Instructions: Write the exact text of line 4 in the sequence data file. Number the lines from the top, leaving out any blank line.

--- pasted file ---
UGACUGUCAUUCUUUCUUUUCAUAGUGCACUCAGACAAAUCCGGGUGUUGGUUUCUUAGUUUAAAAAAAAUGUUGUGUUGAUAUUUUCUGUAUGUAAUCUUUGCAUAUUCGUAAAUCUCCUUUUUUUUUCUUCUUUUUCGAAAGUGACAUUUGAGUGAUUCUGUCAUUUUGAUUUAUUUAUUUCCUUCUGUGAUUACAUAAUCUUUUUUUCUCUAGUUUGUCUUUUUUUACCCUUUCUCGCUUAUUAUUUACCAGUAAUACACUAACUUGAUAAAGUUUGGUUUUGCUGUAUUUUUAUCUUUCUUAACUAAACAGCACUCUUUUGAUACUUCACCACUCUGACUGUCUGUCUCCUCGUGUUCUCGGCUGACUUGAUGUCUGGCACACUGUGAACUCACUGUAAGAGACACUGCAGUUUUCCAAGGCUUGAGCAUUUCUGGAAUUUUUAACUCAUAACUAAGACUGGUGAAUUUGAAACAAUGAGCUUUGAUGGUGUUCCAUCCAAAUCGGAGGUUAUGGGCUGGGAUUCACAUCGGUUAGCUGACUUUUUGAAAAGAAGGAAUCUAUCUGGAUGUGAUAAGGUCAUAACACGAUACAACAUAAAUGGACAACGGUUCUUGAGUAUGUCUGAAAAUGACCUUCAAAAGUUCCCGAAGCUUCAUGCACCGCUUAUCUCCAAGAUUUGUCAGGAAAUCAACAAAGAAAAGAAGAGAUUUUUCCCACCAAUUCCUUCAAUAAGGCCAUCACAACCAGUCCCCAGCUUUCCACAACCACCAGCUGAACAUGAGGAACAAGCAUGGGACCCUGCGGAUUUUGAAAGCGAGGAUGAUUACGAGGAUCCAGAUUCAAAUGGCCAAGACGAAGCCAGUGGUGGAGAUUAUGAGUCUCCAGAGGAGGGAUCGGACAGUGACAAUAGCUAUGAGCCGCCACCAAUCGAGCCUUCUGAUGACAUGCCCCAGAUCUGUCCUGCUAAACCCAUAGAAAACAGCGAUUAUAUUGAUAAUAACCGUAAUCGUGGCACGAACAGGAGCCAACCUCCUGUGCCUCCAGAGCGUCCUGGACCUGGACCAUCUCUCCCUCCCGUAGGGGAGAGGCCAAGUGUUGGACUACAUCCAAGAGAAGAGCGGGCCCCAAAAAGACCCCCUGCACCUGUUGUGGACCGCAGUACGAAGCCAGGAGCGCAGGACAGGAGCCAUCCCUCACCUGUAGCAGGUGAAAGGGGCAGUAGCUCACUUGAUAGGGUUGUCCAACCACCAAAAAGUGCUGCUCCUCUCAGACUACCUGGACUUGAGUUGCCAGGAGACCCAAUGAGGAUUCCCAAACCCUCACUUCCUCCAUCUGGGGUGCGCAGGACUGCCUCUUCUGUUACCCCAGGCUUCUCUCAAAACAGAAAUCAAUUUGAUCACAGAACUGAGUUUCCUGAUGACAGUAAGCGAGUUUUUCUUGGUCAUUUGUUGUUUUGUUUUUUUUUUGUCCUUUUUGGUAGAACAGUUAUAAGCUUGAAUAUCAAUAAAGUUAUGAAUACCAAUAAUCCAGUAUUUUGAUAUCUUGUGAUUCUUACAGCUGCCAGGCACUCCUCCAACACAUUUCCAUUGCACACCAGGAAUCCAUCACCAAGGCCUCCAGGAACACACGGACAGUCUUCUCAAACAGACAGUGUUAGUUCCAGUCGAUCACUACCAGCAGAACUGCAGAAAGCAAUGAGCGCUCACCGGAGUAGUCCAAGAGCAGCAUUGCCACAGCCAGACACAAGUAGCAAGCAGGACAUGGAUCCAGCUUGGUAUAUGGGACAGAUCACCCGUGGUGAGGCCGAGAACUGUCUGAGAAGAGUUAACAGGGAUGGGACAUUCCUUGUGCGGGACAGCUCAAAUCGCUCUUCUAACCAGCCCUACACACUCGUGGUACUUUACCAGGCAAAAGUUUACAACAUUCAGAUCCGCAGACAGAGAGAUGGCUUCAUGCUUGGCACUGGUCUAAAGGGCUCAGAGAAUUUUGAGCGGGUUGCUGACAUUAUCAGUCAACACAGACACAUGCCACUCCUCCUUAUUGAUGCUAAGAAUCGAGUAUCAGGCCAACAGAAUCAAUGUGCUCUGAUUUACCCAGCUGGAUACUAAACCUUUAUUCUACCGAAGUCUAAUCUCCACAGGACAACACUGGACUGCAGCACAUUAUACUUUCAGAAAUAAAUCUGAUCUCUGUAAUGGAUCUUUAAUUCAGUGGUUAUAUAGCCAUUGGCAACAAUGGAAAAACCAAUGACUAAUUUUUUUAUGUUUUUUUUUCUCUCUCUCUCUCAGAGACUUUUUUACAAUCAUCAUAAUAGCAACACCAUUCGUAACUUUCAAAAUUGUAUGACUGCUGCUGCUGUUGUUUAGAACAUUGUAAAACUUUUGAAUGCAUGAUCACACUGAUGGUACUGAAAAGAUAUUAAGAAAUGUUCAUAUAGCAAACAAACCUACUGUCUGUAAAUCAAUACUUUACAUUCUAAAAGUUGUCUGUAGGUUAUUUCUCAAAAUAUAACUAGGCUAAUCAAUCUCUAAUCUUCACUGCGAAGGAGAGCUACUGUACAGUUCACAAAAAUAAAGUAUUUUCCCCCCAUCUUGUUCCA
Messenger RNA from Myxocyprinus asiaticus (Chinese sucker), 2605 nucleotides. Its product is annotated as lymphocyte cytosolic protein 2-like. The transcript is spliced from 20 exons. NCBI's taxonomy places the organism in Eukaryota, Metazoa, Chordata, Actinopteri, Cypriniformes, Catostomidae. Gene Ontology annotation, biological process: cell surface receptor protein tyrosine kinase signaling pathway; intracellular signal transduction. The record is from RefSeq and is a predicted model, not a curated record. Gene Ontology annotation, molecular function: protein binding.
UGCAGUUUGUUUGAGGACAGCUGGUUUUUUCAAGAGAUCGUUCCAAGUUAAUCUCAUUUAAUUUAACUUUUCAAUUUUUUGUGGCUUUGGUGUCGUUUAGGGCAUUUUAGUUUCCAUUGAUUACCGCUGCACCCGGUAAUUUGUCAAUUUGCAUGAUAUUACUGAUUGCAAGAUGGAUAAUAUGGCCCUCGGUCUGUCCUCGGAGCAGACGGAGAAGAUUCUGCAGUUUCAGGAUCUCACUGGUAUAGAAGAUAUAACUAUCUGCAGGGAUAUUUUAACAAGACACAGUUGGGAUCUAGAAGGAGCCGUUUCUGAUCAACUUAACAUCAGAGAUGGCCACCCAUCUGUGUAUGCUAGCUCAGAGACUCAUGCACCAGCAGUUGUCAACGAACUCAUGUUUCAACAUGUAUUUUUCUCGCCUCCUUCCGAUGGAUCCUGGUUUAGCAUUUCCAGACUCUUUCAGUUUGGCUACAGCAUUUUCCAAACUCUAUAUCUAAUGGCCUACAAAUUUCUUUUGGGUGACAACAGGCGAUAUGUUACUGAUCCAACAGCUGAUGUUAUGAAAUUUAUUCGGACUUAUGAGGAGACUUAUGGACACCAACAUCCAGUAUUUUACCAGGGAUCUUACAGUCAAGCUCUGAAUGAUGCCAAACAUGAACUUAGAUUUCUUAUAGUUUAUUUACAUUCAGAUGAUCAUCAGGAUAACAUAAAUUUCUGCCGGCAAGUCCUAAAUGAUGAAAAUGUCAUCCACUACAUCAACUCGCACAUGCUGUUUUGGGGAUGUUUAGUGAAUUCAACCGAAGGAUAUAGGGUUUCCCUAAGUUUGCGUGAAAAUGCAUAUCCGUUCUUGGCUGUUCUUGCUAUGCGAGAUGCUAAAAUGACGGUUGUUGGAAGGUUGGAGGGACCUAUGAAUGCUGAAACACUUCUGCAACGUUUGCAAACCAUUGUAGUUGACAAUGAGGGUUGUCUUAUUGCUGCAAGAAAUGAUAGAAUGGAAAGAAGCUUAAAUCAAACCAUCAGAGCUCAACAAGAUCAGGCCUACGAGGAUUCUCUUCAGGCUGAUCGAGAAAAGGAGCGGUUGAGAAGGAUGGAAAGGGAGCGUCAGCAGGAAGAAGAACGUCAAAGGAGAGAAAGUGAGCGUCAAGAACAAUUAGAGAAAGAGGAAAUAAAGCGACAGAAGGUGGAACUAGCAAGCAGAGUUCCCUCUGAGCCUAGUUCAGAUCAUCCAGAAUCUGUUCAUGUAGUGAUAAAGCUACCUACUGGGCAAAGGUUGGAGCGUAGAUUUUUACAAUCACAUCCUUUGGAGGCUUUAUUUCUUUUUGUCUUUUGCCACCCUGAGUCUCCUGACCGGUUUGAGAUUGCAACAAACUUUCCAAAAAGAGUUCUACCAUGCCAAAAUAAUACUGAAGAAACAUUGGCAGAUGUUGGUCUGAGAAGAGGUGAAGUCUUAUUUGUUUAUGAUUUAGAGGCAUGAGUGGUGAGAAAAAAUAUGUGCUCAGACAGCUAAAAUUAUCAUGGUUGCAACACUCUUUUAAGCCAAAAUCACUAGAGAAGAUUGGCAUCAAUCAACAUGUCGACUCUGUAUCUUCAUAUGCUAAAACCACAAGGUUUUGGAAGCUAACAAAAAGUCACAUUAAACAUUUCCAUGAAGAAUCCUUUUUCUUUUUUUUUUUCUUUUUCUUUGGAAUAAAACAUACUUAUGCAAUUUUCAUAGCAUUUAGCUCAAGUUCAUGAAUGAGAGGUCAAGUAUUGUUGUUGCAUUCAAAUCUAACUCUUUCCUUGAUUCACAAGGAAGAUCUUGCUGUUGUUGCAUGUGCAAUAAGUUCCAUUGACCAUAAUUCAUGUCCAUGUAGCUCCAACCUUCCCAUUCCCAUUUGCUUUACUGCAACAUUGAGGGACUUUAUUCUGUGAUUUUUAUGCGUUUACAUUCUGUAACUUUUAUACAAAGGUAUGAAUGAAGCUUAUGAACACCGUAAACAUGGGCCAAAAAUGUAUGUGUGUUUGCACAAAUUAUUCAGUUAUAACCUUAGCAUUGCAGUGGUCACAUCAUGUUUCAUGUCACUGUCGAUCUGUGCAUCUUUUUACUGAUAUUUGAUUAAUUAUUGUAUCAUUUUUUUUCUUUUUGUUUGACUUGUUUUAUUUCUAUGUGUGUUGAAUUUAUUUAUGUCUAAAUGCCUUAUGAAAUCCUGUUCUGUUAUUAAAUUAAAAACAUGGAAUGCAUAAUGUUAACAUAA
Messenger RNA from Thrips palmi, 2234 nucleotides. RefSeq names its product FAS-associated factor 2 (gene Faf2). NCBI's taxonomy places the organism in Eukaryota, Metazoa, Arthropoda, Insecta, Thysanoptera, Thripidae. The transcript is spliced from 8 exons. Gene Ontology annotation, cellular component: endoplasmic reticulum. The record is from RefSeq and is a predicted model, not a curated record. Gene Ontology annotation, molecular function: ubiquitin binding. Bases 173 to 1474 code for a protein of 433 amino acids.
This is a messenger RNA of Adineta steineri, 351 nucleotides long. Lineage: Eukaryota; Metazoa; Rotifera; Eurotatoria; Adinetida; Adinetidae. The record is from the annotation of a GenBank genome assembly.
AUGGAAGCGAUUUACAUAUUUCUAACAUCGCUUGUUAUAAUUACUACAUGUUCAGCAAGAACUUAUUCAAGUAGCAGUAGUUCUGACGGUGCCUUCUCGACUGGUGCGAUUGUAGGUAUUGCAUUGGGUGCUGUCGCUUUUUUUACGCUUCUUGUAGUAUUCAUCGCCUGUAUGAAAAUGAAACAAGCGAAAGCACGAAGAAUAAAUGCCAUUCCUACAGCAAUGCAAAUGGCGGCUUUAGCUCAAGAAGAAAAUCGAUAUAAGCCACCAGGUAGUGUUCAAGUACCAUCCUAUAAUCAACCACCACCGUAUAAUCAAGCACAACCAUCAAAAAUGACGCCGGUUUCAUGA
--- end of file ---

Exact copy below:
Messenger RNA from Thrips palmi, 2234 nucleotides. RefSeq names its product FAS-associated factor 2 (gene Faf2). NCBI's taxonomy places the organism in Eukaryota, Metazoa, Arthropoda, Insecta, Thysanoptera, Thripidae. The transcript is spliced from 8 exons. Gene Ontology annotation, cellular component: endoplasmic reticulum. The record is from RefSeq and is a predicted model, not a curated record. Gene Ontology annotation, molecular function: ubiquitin binding. Bases 173 to 1474 code for a protein of 433 amino acids.